Carolin Wiedmann is a specialist in pediatric, adolescent and nutritional medicine. Carolin has been working on a healthy, vegan diet for children for years.
1. Why did you turn your passion into a job?
Since early adolescence I have been interested in the human body, its structure and functionality, what keeps it healthy and what makes it sick. I find it fascinating how great the influence of our lifestyle has on well-being and our own health, but also on the health of our planet. Nutrition in particular has great potential in both directions: It can make us tired, energy deprived and sick, but it can also can give energy, keep us healthy, prevent diseases and in some cases even heal us. We can choose a diet that destroys our planet's resources or conserves them. Child and adolescent medicine is primarily preventive medicine. Preventing diseases and maintaining and strengthening the health of children is one of the main tasks of us pediatricians. As a pediatrician and nutritionist, I can pursue my passion for lifestyle medicine and healthy eating all day long and share it with other people. I consider this to be a great privilege.
2. Are there any of your own personal projects that you are currently working on?
There are many nutrition-related topics that concern me at the moment, including the supply of nutrients to children and adolescents: in our practice, we place great value on preventive examinations and, among other things, determine various values in the blood in the youth care "J1", including markers of iron metabolism, iodine supply, vitamin D status, thyroid health and vitamin B12 metabolism. I find it interesting that we find abnormalities and deficiencies relatively often in our patients, who mostly eat mixed-food meals. The nutrients mentioned are often mentioned as so-called "critical nutrients", especially in the case of a vegan diet. However, we see that the supply of these important minerals and vitamins is often inadequate, even for mixed food enthusiasts. There is a lot of need for education here, especially when you consider that a healthy diet in childhood and adolescence is the basis for health in adulthood.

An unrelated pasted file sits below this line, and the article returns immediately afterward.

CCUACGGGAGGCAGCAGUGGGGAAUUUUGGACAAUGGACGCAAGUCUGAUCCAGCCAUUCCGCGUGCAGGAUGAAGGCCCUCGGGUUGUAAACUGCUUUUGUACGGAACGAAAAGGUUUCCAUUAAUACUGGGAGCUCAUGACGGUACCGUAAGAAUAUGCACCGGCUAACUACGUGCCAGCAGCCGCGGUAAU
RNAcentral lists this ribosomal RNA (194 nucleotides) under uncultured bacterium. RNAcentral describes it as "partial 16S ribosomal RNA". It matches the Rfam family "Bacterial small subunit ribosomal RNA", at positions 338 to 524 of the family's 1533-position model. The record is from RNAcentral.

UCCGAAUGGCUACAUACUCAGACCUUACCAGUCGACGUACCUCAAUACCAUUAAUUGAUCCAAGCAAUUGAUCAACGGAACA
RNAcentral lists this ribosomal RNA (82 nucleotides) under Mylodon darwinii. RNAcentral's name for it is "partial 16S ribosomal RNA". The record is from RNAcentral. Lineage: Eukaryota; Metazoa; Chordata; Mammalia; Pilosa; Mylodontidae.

3. Since when have you been following a plant-based diet and which moment in your life has moved you to do so?
When I was 10 years old, I went to the “Human and Nature” museum in Munich for a children's birthday party and saw a film about factory farming as well as battle scenes of pigs. After the museum we went to eat pizza. Instead of the usual salami pizza, I took the Margharita pizza and never touched meat or sausage again afterwards. It wasn't until 16 years later, in January 2011, that I switched to a purely plant-based diet. Before that, my sister had obtained extensive information on vegan nutrition and then wanted to convince me of the vegan diet after her diet change. I resisted it for four months because I was convinced that I could never live without cheese. As it turned out, I was able to do this very well and I am grateful every day for taking this step.
4. Why is a plant-based diet so important?